The dishonesty and overwhelming ambition of the Maoists collides with the fear and insecurity of the status quoist older parties. The internal rifts within each party make inter-party compromises even more difficult.

How does the latter square with the former? Let me read this: Maoists are ambitious, their ambition is in capturing the State with power or without, as the need may be. The other parties are a bumbling mass of idiocy. The Maoists have not adhered to their past commitments. Yet, India should let it go and not be suspicious because Dr. Bhattarai is now the contender. Thank you, sir.
2) Meanwhile, Jayant Prasad meets Sushil Koirala and Ram Chandra Poudel and any number of meanings can be attached to these meetings. That said,

At present Prasad is secretary at the public diplomacy section of the Indian Ministry of External Affairs, serving for the last 1 1/2 years. He is a career diplomat who started in career in 1976. Prior to his current role in the EAM, he has served as the Indian Ambassador to Afghanistan and Algeria. Moreover, he has also served in different sectors of the strategic departments of Geneva, Paris and Brussels. Prasad is the son of former Indian ambassador to Nepal Bimal Prasad (1991-1995) who was appointed by then prime minister Chandrashekhar. He replaces Rakesh Sood in the Ambassadorial role.


Departing Ambassador Rakesh Sood will now be posted in Paris as the Indian ambassador there. The delay by the French government in forwarding its agreemo, thanks to public holidays in France, contributed to his delayed departure and Prasad’s delayed arrival.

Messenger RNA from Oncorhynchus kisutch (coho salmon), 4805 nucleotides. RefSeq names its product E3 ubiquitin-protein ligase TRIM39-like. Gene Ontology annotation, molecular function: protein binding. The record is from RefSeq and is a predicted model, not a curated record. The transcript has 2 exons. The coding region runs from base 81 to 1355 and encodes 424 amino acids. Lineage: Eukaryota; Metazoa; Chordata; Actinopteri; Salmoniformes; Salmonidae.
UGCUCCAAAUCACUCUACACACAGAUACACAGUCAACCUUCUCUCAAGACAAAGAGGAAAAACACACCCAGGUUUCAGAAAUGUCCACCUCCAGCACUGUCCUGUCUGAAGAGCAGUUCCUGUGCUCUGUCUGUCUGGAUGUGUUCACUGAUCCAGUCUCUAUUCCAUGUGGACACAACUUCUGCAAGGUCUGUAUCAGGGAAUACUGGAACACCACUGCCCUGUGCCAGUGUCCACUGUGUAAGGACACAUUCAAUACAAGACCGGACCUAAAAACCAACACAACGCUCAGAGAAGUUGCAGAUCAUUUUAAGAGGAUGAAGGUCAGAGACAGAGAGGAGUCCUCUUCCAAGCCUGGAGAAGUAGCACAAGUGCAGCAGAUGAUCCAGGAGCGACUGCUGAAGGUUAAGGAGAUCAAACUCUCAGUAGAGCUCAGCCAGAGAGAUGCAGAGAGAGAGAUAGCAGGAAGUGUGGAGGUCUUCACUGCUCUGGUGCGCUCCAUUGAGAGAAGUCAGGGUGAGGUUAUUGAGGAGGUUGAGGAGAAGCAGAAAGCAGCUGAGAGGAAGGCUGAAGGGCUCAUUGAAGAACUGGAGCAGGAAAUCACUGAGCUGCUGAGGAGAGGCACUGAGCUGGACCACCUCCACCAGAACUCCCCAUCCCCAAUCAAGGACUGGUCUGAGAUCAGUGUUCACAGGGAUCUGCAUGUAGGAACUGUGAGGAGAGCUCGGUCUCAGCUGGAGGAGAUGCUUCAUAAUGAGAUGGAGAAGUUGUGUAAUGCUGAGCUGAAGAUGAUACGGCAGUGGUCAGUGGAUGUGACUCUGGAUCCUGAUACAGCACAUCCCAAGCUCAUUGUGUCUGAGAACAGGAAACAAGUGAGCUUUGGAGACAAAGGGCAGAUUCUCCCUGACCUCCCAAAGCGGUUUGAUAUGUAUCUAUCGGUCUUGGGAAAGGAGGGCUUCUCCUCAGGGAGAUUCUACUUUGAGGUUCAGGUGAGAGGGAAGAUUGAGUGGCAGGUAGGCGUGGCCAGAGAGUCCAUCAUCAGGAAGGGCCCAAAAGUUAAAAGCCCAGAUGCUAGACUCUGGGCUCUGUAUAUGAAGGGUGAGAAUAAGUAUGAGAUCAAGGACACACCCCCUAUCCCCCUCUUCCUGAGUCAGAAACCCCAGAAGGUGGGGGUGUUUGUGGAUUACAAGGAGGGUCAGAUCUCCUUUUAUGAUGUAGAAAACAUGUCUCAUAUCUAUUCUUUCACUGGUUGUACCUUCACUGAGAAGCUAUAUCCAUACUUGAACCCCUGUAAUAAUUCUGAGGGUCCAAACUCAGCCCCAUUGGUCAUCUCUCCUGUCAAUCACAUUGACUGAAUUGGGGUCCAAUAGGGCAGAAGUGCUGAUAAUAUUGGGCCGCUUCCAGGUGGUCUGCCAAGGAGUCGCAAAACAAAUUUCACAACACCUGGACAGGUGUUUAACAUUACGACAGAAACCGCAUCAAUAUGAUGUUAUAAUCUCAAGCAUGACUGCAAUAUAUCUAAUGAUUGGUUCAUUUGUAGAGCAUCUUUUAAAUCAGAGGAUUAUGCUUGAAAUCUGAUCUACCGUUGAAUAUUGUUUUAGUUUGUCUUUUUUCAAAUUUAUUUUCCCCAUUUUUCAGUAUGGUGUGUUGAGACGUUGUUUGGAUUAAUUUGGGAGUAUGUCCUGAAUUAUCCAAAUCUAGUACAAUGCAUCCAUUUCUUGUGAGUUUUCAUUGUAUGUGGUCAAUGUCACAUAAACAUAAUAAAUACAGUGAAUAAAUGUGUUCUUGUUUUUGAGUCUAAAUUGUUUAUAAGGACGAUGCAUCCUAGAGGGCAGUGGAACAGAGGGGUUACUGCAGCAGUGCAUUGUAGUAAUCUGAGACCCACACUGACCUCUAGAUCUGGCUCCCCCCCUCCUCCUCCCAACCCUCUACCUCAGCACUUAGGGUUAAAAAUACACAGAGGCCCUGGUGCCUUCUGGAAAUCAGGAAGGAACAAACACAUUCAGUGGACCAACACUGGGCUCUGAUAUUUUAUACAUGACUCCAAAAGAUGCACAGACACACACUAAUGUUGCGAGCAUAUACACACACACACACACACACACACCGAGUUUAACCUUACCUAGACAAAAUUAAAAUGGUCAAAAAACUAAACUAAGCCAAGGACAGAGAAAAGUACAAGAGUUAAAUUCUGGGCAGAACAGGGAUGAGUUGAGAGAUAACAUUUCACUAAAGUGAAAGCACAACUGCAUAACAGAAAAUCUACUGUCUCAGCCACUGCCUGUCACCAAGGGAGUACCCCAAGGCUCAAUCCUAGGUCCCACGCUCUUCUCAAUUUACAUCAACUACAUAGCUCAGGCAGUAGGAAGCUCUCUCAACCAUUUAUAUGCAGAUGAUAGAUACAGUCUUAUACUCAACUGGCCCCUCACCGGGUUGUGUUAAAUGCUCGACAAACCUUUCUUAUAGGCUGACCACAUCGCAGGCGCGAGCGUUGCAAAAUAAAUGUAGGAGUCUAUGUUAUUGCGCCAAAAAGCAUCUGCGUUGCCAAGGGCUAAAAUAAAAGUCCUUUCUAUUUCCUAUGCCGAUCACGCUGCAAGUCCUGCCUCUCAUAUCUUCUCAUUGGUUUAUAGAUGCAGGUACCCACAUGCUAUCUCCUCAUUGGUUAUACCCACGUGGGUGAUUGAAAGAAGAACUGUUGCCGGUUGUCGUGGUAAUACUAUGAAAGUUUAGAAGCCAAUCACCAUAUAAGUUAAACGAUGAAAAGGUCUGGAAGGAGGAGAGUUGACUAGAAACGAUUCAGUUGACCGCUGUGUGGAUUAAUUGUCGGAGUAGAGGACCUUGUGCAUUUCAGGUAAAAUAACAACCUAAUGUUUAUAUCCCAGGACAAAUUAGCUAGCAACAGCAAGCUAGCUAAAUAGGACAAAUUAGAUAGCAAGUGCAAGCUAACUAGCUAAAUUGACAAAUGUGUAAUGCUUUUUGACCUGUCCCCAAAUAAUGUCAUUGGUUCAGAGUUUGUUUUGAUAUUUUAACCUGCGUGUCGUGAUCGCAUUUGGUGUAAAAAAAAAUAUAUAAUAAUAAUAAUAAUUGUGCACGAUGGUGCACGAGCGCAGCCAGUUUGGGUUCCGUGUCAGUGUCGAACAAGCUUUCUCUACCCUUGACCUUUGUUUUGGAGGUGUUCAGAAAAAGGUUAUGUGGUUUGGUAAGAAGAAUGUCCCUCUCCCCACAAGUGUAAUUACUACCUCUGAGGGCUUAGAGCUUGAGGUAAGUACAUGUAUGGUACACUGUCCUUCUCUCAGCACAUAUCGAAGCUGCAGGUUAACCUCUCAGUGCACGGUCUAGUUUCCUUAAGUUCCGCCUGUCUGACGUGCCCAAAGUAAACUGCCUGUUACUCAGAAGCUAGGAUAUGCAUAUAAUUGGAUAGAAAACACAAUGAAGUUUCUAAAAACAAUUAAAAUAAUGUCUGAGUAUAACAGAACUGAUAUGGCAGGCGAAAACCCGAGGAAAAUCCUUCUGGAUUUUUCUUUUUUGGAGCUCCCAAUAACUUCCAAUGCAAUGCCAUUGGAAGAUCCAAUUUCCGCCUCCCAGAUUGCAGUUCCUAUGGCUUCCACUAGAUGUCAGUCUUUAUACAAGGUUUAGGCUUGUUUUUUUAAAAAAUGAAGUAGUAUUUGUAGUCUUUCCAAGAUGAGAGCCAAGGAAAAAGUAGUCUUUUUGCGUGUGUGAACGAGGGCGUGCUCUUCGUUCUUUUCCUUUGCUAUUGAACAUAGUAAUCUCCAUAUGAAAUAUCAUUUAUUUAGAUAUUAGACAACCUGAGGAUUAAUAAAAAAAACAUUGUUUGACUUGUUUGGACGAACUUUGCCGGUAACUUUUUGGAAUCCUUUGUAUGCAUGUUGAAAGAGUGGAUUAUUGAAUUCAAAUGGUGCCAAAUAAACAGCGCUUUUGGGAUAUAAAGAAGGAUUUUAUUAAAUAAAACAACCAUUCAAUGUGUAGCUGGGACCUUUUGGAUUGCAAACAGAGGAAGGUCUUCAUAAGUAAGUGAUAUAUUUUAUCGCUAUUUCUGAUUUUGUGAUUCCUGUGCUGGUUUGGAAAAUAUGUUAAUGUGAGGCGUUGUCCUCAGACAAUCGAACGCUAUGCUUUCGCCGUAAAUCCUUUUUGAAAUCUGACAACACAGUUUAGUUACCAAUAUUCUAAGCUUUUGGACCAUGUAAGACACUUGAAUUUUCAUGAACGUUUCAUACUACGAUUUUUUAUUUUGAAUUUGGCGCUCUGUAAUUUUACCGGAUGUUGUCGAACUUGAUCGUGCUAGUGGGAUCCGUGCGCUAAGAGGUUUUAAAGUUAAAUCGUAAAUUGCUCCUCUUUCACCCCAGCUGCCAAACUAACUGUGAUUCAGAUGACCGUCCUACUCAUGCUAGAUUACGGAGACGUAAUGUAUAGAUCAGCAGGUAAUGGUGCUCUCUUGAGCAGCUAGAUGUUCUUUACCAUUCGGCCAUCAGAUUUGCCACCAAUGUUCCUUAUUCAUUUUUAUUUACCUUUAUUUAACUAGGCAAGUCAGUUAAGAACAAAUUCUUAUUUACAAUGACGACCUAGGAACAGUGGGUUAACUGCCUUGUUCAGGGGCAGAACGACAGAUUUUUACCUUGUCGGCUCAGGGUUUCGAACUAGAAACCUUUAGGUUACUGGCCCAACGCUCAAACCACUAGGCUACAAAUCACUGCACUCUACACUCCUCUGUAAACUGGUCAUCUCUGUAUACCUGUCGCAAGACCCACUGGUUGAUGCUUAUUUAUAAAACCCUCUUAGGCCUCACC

3) Elsewhere in Darjeeling: Linky

Social and religious issues so long overshadowed by the larger cause of statehood has starting resurfacing in the hills, now that a political settlement has been reached on Darjeeling with the signing of the agreement to set up the Gorkhaland Territorial Administration. Hundreds of Buddhists today took to the streets in Darjeeling to revive some of their longstanding demands, one of them being a paid holiday on the birthday of Lord Buddha. The Lepchas, an indigenous community, also brought out a rally to demand a development council. The Buddhists made the demands under the banner of the All Buddhist Minority Welfare Association, which consists of various Gorkha communities like the Tamangs, Gurungs and non-Nepali tribes like the Sherpas, Bhutias and Yolmos.
Religious minorities, which includes Buddhists, Christians, Muslims and Jains, make up about 40 per cent of the hill population. “The state government has come up with a policy to declare a particular district Minority Concentrated District (MCD) if the minorities form 25-30 per cent of the population. But the same status has not been extended to Darjeeling district despite its higher concentration of minorities,” said Bomzon. The association claimed that 12 districts in Bengal have been accorded this status. “The government has accorded this status where the concentration of Muslim population is high. They have conveniently forgotten us,” said Bomzon. “An MCD status would entail benefits for construction of houses and stipends for education to minority members, among others.” North Dinajpur, South Dinajpur, Malda, Murshidabad and Cooch Behar are among the 12 MCDs in north Bengal.

4) On the Indo-Nepal border and a reviving circus: Linky

The SSB official said people from Nepal could trade only through Pashupatinagar and Panitanki. “The customs offices are situated in these two places and if people from Nepal want to trade, they can do so from these two points, but not from Manebhanjan.” Gohian admitted that even cattle were being stopped by his personnel. “That is because most of the cattle are brought in from the other side of the border. The bribe allegation is totally false,” he said. The India-Nepal border is porous and one can step into Nepal from any place undetected.

5) More on the Gorkhaland agitation with no need to go over it beyond a certain point: Linky 1 and Linky 2